Modern daytime birds either have violet sensitive or ultraviolet sensitive vision. Being ultraviolet sensitive alters visual cues used to select a mate, avoiding predators, and in finding food. Researchers from Uppsala University and the Swedish University of Agricultural Sciences sequenced the genes responsible for producing the light sensitive pigment (SWS1 opsin) from 40 species of birds, in 29 families.
Generating a phylogenetic tree from these sequences shows that there have been at least 14 shifts between violet and ultraviolet sensitive colour vision and back. An ancestor of Passeriformes (perching birds including larks, swallows, blackbirds, finches, birds of paradise, and crows) and Psittaciformes (parrots and allies) changed from the ancestral violet sensitive colour vision to ultraviolet and, in some cases passerines have reverted back to violet vision.
Anders Ödeen and Olle Håstad, who performed this research commented, "There are two different amino acid alterations that can each change bird colour vision from violet to ultraviolet. One particular single nucleotide change has occurred at least 11 separate times. In general during evolution once a colour shift has occurred all species from this ancestor keep it meaning that the rest of the eye and physiology, must also evolved to 'cement' in the new colour sensitivity."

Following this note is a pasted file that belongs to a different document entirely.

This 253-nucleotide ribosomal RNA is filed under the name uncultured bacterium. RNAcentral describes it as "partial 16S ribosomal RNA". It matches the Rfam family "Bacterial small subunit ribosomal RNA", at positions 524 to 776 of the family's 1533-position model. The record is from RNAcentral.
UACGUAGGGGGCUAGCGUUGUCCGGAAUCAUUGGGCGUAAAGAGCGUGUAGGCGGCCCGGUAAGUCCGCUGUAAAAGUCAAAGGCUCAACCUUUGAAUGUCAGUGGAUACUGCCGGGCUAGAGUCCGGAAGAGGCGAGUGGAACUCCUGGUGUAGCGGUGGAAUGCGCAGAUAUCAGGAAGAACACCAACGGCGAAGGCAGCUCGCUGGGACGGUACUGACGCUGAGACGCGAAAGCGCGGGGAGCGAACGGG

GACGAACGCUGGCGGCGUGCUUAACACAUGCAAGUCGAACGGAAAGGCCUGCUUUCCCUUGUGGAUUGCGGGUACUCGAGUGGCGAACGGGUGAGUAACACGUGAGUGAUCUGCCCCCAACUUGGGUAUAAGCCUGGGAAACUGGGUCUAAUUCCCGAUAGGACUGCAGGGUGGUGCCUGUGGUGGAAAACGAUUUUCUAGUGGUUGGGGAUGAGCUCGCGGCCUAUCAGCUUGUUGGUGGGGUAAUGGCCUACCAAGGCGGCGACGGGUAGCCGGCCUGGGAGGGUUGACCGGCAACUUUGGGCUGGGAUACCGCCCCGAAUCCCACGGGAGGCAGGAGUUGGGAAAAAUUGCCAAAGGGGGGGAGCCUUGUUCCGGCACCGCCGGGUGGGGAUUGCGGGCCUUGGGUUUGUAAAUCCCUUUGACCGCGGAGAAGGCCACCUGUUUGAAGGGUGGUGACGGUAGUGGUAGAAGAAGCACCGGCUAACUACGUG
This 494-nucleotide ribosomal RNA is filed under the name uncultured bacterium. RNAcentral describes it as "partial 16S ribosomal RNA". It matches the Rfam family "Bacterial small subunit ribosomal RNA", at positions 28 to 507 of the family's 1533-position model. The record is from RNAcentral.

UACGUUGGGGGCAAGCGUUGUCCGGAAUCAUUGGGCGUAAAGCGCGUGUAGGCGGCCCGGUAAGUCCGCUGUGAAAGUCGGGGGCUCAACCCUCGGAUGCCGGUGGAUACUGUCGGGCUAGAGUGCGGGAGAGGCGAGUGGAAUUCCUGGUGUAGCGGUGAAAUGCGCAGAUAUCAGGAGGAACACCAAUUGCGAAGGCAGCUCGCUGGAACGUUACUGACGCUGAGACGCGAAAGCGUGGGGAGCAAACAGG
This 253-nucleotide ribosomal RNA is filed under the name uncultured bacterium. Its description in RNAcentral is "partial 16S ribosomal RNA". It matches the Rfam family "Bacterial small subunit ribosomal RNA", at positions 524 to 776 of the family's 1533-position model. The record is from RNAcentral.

Media ContactDr Hilary Glover
Article citation and URL available on request on the day of publication.
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Hilary Glover | EurekAlert!
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Physicists from Saarland University and the ESPCI in Paris have shown how liquids on solid surfaces can be made to slide over the surface a bit like a bobsleigh on ice. The key is to apply a coating at the boundary between the liquid and the surface that induces the liquid to slip. This results in an increase in the average flow velocity of the liquid and its throughput. This was demonstrated by studying the behaviour of droplets on surfaces with different coatings as they evolved into the equilibrium state. The results could prove useful in optimizing industrial processes, such as the extrusion of plastics.
The study has been published in the respected academic journal PNAS (Proceedings of the National Academy of Sciences of the United States of America).
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